Wendy James’ fifth book The Mistake was released to critical acclaim in March this year. Her first novel, Out of the Silence, won the 2006 Ned Kelly Award for Best First Book, making her one of only five women to win in that category since 1996. Though set over 100 years apart, the two books share common themes of how women’s choices and aspirations, particularly with respect to motherhood, are shaped by class and gender politics.
I had the pleasure of meeting Wendy at She Kilda in 2011. I admitted to not having heard of her nor read her books and was surprised when she told me about the Ned Kelly Award. In my defence I gave birth to my daughter the year Out of the Silence was published, entering a black hole with respect to reading that took the better part of two years to emerge from. But I also wondered whether Wendy’s debut novel had been given the attention it deserved.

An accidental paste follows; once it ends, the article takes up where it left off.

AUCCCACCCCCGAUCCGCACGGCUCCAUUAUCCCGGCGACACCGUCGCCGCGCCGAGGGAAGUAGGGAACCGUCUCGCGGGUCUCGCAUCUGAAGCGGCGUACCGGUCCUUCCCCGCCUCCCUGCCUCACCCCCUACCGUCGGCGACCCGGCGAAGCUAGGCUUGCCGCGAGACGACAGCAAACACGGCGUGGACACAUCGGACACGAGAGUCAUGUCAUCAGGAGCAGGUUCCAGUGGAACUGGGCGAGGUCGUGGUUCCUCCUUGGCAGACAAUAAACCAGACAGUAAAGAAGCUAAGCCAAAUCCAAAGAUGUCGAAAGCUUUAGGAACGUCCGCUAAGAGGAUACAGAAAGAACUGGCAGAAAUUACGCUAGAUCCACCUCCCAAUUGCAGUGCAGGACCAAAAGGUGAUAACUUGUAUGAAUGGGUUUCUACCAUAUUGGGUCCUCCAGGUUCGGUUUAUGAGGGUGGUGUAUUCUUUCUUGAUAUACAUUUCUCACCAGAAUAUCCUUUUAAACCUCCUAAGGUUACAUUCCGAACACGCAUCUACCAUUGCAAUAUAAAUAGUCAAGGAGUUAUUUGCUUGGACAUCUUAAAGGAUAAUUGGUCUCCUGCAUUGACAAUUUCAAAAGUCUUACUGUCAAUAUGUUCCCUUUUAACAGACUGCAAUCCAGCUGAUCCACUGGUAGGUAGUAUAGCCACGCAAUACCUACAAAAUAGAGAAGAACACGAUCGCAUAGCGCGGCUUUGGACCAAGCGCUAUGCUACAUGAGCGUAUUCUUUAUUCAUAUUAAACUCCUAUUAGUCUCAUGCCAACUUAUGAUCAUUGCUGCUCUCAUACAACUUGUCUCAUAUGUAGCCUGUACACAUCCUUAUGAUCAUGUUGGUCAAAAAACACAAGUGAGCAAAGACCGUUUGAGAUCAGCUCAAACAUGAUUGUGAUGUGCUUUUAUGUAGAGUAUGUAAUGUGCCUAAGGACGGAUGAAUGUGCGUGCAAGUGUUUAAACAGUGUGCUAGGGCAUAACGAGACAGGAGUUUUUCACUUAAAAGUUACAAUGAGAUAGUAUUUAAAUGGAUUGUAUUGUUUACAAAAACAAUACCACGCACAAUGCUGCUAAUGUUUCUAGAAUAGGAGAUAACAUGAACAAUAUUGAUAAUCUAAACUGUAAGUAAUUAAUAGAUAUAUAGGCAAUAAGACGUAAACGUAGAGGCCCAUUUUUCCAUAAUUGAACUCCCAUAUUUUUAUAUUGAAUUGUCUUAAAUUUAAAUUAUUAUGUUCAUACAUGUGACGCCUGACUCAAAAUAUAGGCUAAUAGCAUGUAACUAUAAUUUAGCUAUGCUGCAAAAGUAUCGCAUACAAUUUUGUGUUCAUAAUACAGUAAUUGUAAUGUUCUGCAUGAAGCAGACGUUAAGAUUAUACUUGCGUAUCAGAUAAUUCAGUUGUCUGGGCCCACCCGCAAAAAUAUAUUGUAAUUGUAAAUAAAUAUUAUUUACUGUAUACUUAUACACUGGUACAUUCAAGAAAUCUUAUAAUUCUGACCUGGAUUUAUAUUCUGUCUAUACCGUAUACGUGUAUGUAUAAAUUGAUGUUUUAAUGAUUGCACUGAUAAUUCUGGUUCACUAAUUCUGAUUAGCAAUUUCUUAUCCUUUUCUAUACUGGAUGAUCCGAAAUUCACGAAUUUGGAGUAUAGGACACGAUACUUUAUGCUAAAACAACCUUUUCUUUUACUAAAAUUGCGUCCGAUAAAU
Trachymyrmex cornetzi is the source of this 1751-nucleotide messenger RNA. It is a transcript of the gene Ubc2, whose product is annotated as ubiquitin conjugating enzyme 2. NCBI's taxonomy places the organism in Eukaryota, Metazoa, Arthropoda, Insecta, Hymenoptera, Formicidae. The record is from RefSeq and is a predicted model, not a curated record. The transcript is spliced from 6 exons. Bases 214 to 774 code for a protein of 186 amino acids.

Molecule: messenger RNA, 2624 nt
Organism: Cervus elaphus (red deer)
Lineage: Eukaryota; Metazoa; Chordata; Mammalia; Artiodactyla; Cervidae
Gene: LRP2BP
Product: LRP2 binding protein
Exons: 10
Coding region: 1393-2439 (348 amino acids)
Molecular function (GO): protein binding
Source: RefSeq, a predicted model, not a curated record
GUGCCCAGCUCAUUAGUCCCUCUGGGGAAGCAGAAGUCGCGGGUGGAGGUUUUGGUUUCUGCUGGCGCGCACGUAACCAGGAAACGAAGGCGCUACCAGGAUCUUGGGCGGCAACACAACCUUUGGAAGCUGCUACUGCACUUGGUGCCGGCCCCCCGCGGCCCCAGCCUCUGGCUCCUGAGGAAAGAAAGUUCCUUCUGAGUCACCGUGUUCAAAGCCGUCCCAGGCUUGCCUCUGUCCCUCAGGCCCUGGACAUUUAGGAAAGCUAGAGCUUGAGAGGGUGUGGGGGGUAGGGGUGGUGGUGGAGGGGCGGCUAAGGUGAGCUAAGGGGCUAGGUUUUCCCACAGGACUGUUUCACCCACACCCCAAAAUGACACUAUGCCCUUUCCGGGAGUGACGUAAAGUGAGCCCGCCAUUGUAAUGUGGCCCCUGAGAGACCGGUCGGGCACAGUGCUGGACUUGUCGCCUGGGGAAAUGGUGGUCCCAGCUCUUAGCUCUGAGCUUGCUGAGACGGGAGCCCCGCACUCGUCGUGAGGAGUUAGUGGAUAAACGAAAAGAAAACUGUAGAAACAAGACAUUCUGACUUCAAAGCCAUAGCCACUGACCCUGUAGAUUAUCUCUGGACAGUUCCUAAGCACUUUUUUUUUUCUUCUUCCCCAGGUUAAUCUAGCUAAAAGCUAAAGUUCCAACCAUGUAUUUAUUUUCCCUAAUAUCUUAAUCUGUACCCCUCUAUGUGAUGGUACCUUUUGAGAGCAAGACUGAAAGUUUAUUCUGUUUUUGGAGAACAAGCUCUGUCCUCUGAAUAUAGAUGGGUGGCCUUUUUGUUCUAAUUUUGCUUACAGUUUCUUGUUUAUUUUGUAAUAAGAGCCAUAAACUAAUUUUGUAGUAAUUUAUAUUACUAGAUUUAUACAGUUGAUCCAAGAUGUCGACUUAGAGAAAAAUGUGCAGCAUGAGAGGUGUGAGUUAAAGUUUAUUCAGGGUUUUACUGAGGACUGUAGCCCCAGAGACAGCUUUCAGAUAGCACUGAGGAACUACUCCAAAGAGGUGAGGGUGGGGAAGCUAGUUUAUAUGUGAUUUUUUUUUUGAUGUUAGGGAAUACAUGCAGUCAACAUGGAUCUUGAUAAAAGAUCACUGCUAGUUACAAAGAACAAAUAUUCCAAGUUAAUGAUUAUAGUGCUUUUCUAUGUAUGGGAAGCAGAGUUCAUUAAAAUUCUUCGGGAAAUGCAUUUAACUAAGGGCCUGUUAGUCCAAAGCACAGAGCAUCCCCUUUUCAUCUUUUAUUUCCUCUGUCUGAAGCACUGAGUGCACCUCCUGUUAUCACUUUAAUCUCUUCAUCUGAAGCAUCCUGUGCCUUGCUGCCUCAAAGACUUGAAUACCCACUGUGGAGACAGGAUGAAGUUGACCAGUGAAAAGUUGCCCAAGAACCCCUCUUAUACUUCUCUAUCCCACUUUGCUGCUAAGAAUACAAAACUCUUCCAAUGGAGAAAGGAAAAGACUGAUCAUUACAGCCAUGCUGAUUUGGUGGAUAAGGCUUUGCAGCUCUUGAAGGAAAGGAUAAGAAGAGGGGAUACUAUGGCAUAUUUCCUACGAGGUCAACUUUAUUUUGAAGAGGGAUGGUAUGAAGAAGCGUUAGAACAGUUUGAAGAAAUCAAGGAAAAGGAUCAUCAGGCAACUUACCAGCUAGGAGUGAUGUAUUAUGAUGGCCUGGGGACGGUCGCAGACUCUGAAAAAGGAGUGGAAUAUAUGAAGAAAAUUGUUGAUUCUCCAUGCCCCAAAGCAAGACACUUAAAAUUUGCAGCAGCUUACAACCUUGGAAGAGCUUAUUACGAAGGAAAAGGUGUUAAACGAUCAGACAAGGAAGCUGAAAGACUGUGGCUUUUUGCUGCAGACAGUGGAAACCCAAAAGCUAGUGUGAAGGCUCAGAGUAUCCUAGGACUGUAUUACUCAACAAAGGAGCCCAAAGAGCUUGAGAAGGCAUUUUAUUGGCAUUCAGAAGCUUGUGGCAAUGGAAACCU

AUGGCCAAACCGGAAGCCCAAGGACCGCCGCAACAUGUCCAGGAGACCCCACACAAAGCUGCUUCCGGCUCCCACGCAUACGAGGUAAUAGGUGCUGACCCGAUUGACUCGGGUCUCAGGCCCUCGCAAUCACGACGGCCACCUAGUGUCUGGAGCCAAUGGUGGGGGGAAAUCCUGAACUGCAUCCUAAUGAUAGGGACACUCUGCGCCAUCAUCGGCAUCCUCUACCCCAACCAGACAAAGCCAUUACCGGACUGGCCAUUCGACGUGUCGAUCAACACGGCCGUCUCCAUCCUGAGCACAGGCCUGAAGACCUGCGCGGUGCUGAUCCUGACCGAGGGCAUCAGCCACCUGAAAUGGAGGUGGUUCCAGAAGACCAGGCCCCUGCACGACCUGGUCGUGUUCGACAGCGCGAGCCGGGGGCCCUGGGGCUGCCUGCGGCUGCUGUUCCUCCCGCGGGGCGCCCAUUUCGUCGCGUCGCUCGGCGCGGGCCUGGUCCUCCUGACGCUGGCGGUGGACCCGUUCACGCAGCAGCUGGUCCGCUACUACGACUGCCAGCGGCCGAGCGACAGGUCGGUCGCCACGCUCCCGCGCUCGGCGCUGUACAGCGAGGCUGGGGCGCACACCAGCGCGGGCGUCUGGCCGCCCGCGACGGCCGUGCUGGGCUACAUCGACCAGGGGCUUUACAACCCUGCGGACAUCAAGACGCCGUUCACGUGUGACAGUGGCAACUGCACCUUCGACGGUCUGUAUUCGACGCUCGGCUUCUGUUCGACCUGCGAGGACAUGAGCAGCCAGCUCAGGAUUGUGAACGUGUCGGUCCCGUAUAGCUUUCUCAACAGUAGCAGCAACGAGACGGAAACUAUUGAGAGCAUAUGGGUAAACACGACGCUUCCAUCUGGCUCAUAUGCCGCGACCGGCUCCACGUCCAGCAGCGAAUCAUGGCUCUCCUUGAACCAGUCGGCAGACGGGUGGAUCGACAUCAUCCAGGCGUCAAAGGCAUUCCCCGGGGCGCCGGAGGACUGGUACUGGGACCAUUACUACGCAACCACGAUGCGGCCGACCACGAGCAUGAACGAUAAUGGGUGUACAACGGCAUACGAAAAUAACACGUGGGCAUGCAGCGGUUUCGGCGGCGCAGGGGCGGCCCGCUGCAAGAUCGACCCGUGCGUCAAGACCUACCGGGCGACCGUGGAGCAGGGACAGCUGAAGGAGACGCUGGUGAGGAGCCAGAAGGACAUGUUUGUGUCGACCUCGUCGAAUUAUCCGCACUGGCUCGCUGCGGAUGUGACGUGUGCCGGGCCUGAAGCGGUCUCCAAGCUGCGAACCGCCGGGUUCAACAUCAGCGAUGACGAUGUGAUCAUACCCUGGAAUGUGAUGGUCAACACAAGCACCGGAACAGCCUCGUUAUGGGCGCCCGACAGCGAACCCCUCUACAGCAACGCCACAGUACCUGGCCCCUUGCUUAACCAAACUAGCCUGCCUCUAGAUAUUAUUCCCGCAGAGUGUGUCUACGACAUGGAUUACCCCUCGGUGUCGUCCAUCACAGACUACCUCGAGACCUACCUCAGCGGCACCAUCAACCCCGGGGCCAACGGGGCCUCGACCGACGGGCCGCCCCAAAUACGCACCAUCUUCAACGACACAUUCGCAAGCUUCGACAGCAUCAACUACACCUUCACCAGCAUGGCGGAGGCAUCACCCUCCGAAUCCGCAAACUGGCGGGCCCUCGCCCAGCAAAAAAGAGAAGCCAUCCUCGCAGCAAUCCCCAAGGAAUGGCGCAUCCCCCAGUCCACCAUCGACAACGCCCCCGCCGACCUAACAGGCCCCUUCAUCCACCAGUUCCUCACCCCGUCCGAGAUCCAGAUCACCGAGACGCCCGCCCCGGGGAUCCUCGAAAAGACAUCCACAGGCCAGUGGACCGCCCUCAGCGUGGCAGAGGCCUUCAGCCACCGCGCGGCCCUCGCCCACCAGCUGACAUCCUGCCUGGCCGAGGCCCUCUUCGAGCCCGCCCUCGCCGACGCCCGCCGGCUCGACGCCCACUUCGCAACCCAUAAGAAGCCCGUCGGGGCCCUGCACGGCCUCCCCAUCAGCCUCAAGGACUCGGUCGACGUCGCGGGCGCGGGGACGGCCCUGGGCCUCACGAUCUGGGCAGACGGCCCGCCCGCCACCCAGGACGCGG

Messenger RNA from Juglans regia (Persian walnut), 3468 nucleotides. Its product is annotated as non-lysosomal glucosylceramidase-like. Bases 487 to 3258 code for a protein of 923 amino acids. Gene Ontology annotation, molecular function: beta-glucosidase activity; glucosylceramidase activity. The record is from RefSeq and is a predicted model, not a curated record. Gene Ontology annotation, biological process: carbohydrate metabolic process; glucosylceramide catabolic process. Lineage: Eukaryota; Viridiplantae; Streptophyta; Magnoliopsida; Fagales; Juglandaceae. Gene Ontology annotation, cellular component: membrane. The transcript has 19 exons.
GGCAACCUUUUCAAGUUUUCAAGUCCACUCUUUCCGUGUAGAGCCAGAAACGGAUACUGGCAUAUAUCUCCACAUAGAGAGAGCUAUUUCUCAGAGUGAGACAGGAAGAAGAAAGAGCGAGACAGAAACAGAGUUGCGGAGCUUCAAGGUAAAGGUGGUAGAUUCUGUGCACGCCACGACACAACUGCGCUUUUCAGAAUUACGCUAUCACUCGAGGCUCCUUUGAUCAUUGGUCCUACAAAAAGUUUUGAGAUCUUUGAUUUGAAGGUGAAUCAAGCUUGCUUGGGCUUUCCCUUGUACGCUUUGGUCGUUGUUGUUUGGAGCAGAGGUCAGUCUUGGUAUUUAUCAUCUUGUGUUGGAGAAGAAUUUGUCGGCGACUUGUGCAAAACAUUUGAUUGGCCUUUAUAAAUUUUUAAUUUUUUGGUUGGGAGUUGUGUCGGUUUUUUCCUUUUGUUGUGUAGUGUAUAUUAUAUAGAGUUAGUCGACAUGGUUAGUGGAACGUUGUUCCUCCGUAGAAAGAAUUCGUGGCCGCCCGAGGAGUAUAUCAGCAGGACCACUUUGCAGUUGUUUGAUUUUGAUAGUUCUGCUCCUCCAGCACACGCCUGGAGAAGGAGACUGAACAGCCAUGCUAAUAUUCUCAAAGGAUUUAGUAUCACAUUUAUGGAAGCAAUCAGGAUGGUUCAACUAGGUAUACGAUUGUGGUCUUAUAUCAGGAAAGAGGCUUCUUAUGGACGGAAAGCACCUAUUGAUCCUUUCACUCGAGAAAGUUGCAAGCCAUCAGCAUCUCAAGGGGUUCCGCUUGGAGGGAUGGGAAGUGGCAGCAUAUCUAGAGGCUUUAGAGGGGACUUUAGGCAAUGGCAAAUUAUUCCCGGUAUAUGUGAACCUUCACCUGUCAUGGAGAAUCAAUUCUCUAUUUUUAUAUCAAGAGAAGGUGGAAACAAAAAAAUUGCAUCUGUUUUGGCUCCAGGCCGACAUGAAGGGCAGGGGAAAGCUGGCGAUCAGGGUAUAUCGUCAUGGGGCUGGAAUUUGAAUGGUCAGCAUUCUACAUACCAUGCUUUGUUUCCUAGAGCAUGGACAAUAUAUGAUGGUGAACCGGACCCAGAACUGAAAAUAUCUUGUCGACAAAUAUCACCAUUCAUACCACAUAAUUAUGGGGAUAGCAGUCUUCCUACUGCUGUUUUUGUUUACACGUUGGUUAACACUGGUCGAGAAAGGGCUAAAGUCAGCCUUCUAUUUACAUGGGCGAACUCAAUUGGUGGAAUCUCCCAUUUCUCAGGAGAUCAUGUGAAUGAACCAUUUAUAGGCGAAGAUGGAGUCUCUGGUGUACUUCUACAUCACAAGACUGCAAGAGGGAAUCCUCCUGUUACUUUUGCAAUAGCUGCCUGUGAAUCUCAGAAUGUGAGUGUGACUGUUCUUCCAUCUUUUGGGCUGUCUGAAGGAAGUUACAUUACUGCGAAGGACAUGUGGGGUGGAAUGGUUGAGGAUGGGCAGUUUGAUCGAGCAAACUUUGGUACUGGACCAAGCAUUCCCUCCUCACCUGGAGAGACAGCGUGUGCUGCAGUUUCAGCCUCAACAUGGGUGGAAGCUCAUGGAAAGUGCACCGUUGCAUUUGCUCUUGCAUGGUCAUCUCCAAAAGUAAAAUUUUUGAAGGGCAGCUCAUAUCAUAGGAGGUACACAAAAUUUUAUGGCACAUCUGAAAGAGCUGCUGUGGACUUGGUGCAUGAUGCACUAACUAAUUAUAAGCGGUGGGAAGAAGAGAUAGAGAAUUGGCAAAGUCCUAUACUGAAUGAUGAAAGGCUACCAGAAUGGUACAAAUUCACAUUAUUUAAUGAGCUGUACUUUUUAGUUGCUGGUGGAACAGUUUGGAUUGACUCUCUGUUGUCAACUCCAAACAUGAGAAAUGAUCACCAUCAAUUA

When the chance came up to review a couple of crime novels for Radio National last month, I put a call out to see whether any Sisters in Crime had new releases due out around then. Wendy alerted me to The Mistake, which I read and subsequently raved about on the radio and internet. I was inspired to bump Out of the Silence up to the top of my reading pile, though baffled when I could only buy it second-hand, on-line from overseas. How is an award winning novel barely seven years old allowed to go out of print — or at the very least not available as an ebook? For that matter, as a history of the suffragette movement cleverly packaged as a crime novel, why isn’t Out of the Silence on the school curriculum?